Open Courses taught on CourseSites can be published under a Creative Commons license and made available in the Common Cartridge Format so the materials can be re-used in any LMS.  

We also made changes to the Blackboard license last year to allow customers to provide access to non-fee courses to users for free in support of open education initiatives.

If you want to learn more about using MOOCs with Blackboard either through CourseSites, or on your campus, my colleague, Sarah Bishop-Root will be at Educause next week to answer your questions. 

John Fontaine



Thus far our entry into this space has been fairly well received.   We started with our first open course in May with Curtis Bonk, and have had some follow on courses this fall.  There have been some critics, but overall response has been highly supportive.  We constantly survey our course participants to measure satisfaction, and at the moment satisfaction is high.  You can visit our website and read some testimonials here: http://bit.ly/RuHRXD 

The success we've had has enabled us to build some partnerships with  Universities which were reported on today:
 

On your second question, we're working hard to eliminate the inside the box feeling that many have described with regard to the traditional on-campus LMS.  We've streamlined access to materials, and integrated authentication with existing Internet identities like Facebook, LinkedIn and Google.  We've set default options in courses that make it easy to publish materials and share out as links or in formats like Common Cartridge.  We've made it easy to integrate materials from existing blogs, YouTube, Google and Flikr into the course experience.

Traditional LMS' may have an advantage over the new MOOC platforms in that we can rely on an existing set of LMS capabilities.  Newer entrants must create a quiz engine, grade book and  content management functionality anew.  In contrast my team can focus on workflows and problems unique to MOOCs such as: open signup & registration, large scale information management, and community management.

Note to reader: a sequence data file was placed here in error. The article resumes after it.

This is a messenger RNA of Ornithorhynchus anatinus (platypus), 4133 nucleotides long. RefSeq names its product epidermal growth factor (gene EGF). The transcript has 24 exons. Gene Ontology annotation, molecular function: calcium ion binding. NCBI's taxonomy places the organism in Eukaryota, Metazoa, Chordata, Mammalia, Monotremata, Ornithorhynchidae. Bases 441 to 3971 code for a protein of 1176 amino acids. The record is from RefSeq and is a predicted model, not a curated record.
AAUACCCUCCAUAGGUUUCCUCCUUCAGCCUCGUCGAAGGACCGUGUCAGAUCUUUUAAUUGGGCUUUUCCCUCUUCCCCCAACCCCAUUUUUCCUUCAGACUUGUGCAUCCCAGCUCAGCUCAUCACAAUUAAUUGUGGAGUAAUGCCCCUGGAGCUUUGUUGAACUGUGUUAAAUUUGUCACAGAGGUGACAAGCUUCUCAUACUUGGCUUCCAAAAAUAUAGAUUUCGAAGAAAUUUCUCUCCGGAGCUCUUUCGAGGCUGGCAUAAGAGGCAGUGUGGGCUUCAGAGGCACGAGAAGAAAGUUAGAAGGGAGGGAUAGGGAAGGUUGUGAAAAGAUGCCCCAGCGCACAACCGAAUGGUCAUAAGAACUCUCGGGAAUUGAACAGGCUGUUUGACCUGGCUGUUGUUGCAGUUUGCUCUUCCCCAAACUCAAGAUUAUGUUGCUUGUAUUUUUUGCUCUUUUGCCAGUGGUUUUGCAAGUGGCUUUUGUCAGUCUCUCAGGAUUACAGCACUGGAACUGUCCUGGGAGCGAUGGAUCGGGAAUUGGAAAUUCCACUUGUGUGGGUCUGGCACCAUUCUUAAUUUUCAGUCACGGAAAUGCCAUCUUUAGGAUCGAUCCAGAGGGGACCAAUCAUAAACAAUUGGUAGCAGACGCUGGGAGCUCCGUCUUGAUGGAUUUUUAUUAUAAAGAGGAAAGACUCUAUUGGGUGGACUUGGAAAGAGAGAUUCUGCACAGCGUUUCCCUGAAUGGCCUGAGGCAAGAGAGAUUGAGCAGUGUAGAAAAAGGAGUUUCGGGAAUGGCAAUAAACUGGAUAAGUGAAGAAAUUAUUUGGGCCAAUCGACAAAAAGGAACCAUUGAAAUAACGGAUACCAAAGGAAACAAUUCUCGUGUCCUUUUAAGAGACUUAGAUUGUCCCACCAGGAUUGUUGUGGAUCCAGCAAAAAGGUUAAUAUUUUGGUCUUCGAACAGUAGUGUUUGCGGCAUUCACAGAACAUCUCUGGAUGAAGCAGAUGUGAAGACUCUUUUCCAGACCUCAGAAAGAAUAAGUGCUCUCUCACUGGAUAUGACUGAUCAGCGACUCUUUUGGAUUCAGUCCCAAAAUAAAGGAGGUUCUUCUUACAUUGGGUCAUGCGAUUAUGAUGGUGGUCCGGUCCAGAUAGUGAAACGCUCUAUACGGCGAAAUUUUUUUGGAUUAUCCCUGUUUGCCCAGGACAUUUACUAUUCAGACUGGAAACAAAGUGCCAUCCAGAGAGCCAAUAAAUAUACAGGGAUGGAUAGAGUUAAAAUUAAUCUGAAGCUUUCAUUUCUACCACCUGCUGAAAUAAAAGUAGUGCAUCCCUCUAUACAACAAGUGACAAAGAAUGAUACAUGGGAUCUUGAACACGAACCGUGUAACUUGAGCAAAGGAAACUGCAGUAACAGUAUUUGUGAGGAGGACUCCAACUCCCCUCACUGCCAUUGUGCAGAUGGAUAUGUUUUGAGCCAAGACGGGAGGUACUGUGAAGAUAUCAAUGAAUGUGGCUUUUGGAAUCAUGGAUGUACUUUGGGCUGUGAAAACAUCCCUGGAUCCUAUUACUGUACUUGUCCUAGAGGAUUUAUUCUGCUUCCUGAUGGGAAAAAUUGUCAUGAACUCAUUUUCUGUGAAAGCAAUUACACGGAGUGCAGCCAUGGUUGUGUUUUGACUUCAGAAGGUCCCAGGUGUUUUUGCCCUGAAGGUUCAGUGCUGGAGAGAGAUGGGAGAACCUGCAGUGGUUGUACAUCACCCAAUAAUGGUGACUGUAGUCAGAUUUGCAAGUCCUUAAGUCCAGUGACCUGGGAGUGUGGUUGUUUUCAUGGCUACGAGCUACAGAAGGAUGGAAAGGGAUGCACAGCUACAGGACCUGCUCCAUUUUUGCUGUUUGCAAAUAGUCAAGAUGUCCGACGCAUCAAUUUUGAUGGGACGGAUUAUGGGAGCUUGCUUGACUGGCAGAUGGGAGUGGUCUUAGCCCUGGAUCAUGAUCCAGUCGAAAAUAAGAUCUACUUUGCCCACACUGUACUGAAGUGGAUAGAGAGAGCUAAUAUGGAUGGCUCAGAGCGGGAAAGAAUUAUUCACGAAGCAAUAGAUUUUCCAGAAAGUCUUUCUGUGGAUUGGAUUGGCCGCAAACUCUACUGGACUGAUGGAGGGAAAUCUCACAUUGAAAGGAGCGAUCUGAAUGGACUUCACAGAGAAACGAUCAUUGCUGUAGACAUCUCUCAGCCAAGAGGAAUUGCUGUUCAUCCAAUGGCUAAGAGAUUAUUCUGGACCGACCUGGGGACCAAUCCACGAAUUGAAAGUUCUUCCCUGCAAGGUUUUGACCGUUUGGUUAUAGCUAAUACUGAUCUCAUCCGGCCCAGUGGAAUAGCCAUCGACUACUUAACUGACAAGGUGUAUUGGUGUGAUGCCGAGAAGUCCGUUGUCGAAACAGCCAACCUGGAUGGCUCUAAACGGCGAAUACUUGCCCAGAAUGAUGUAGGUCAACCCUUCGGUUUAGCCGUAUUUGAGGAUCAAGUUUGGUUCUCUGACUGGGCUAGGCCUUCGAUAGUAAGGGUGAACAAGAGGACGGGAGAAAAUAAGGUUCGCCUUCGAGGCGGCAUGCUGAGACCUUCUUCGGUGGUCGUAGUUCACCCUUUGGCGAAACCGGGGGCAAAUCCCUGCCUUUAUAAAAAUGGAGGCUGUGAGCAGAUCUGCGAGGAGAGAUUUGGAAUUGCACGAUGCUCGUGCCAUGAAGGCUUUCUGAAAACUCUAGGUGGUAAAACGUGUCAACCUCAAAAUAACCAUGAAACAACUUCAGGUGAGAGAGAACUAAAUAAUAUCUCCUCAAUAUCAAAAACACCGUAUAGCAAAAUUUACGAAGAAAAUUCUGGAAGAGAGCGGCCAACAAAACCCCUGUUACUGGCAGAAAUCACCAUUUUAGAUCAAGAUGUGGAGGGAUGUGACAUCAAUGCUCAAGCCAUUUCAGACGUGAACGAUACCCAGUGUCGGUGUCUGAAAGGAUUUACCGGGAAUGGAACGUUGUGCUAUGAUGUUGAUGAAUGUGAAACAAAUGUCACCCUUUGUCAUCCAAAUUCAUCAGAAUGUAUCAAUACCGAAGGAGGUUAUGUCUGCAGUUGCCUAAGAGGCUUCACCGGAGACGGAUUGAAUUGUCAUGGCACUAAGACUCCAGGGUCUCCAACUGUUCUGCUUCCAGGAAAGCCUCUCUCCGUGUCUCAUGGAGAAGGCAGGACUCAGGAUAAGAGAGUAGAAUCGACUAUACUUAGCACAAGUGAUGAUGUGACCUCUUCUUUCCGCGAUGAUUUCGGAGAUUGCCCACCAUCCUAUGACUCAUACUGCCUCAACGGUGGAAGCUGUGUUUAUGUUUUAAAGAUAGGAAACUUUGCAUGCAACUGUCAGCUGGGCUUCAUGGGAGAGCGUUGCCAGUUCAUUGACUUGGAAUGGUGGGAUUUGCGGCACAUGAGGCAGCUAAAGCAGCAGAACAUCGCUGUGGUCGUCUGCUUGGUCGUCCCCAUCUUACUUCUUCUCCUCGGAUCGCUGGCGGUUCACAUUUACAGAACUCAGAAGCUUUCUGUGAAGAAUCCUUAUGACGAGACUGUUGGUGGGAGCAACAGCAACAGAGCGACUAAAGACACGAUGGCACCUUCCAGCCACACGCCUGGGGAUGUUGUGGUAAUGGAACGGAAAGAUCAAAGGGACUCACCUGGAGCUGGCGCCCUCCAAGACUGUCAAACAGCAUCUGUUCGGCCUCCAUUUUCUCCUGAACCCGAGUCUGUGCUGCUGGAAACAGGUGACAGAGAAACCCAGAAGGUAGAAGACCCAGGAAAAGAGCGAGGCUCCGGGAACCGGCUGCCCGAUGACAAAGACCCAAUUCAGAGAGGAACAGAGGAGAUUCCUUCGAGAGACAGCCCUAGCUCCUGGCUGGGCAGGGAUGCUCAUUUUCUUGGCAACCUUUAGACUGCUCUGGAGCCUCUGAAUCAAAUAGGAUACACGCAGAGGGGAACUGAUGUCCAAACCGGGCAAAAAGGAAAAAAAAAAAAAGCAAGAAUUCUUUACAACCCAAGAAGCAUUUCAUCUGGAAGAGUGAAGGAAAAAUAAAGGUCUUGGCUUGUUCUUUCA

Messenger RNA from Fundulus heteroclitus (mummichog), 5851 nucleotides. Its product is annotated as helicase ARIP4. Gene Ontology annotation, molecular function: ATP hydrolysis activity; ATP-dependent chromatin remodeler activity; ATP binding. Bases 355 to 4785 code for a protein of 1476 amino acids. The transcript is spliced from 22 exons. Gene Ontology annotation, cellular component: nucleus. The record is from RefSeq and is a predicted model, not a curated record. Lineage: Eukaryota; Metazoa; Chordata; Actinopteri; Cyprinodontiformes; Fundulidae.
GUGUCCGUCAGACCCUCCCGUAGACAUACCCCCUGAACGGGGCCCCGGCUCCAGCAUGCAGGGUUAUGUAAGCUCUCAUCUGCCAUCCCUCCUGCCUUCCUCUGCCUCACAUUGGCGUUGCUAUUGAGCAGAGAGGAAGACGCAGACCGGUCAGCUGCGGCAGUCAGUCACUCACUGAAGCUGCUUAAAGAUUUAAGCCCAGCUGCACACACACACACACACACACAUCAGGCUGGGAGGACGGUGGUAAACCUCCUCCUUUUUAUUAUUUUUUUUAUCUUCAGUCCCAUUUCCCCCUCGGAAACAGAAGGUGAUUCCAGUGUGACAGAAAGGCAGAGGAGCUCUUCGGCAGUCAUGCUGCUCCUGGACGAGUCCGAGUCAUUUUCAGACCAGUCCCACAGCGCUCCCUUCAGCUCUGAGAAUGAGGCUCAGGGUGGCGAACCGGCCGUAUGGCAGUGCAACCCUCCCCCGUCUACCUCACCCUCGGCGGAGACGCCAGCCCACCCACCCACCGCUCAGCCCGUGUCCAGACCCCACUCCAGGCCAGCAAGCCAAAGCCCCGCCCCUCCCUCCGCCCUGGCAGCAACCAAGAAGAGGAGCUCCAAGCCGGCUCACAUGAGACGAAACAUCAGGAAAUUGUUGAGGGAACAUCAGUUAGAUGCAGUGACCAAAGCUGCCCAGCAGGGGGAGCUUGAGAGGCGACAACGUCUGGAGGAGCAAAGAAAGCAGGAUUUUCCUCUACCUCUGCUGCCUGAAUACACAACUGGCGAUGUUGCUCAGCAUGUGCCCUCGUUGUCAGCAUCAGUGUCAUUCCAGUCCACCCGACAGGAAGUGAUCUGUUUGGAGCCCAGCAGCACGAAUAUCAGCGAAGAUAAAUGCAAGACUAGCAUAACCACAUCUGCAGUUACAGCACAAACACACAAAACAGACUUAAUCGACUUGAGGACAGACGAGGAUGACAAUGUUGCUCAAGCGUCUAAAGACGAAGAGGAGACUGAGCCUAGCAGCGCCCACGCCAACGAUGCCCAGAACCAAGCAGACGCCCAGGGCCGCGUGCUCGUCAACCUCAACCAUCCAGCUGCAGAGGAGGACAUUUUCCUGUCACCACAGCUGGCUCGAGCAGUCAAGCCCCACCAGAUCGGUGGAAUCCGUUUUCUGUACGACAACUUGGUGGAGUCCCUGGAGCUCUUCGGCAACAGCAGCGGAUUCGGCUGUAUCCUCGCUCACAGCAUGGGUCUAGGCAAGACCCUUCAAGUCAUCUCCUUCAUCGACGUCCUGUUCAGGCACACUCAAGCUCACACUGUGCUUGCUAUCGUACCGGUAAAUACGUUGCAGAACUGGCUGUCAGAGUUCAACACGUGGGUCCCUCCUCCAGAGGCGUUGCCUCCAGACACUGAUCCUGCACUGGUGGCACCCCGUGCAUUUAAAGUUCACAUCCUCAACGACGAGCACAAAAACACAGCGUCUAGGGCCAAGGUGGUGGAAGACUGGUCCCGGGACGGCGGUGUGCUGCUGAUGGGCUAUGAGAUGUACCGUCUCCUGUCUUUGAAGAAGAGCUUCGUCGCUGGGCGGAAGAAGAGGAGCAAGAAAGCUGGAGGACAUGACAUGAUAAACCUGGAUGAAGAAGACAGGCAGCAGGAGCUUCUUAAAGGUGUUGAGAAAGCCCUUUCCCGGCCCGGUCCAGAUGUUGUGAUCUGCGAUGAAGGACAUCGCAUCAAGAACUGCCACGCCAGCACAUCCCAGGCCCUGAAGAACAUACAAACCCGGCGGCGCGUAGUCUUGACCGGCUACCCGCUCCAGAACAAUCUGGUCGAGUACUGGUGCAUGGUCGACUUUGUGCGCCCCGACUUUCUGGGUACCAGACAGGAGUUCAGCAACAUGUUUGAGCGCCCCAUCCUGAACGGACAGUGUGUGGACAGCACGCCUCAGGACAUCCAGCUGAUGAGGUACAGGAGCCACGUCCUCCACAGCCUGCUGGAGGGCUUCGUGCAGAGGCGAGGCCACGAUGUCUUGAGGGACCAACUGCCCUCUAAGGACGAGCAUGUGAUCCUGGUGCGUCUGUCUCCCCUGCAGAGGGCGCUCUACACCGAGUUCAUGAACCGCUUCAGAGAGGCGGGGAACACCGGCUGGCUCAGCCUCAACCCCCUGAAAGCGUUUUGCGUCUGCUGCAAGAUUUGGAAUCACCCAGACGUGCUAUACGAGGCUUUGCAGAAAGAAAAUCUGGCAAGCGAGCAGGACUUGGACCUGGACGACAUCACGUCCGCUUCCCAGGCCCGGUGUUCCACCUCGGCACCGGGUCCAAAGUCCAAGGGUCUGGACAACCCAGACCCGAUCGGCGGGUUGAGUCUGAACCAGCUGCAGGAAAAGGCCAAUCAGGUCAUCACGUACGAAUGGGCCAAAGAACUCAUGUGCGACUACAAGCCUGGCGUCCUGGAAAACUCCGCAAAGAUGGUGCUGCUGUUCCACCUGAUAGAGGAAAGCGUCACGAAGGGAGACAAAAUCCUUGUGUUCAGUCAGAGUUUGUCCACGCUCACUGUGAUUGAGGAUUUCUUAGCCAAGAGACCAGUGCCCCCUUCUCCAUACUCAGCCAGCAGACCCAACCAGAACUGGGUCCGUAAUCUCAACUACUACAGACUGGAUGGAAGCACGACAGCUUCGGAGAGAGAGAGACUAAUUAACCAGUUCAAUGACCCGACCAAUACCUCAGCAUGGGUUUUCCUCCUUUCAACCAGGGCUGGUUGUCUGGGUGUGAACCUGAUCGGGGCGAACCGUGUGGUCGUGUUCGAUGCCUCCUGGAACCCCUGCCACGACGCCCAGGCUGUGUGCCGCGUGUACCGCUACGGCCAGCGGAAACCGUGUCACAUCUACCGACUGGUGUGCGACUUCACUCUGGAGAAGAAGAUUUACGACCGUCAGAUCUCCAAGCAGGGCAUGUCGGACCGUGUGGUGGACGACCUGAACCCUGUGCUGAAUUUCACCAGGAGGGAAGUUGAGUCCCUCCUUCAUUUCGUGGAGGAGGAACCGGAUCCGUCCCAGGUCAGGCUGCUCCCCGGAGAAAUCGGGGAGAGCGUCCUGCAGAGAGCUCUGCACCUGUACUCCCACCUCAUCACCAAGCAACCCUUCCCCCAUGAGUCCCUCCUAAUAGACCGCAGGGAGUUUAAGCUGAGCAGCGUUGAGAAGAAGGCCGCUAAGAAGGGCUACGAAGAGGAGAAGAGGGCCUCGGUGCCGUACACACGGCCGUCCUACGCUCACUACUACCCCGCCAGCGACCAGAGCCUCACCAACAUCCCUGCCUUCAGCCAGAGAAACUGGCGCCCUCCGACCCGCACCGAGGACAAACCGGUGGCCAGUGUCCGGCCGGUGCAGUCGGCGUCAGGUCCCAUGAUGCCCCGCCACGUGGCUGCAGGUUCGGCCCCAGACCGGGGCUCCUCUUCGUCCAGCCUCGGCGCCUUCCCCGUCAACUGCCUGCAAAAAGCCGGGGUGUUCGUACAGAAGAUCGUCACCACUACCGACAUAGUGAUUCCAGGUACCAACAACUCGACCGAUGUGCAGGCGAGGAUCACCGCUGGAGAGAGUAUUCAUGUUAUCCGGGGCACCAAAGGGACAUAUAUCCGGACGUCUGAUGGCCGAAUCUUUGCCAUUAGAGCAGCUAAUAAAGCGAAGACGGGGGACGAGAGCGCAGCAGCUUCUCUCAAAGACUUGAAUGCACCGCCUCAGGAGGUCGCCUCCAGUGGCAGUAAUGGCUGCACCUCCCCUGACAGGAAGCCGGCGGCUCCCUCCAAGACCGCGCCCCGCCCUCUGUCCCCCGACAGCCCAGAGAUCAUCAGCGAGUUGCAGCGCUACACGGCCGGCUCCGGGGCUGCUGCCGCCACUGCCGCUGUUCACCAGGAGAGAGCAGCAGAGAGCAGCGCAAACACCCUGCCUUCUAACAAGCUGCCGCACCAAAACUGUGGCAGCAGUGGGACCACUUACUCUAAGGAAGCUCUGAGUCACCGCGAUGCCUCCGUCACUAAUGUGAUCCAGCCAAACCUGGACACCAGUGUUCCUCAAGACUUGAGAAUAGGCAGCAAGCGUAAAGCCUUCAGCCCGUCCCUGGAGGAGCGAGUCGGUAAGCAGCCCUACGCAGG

As someone who is passionate about open education I'm hopeful that all of these MOOC initiatives within ed tech will continue to evolve and grow.  We are still in the very early days of this technology.  We've gone from the pioneering days of George Siemens and David Wiley to the era when products built around these ideas are emerging.  I hope that Blackboard and I personally can make a positive contribution to this moment.

Thanks,

John Fontaine


Fascinating move.  Naturally the major commercial LMS players want to enter this emerging MOOC field.  Google has already put a toe in that water.

I wonder if noncommercial, open source projects will hit the MOOC world: Moodle, Sakai.


Well, they were given advance notice that this was happening. Martin Dougiamas was in the front row when i delivered this: http://www.downes.ca/presentation/276

-- Stephen

On 01/11/2012 5:01 PM, Bryan Alexander wrote:
Fascinating move.  Naturally the major commercial LMS players want to enter this emerging MOOC field.  Google has already put a toe in that water. I wonder if noncommercial, open source projects will hit the MOOC world: Moodle, Sakai.

Stephen Downes
Moncton, New Brunswick, Canada
stephen@downes.ca ~ http://www.downes.ca
Free Learning
********** Participation and subscription information for this EDUCAUSE Constituent Group discussion list can be found at http://www.educause.edu/groups/.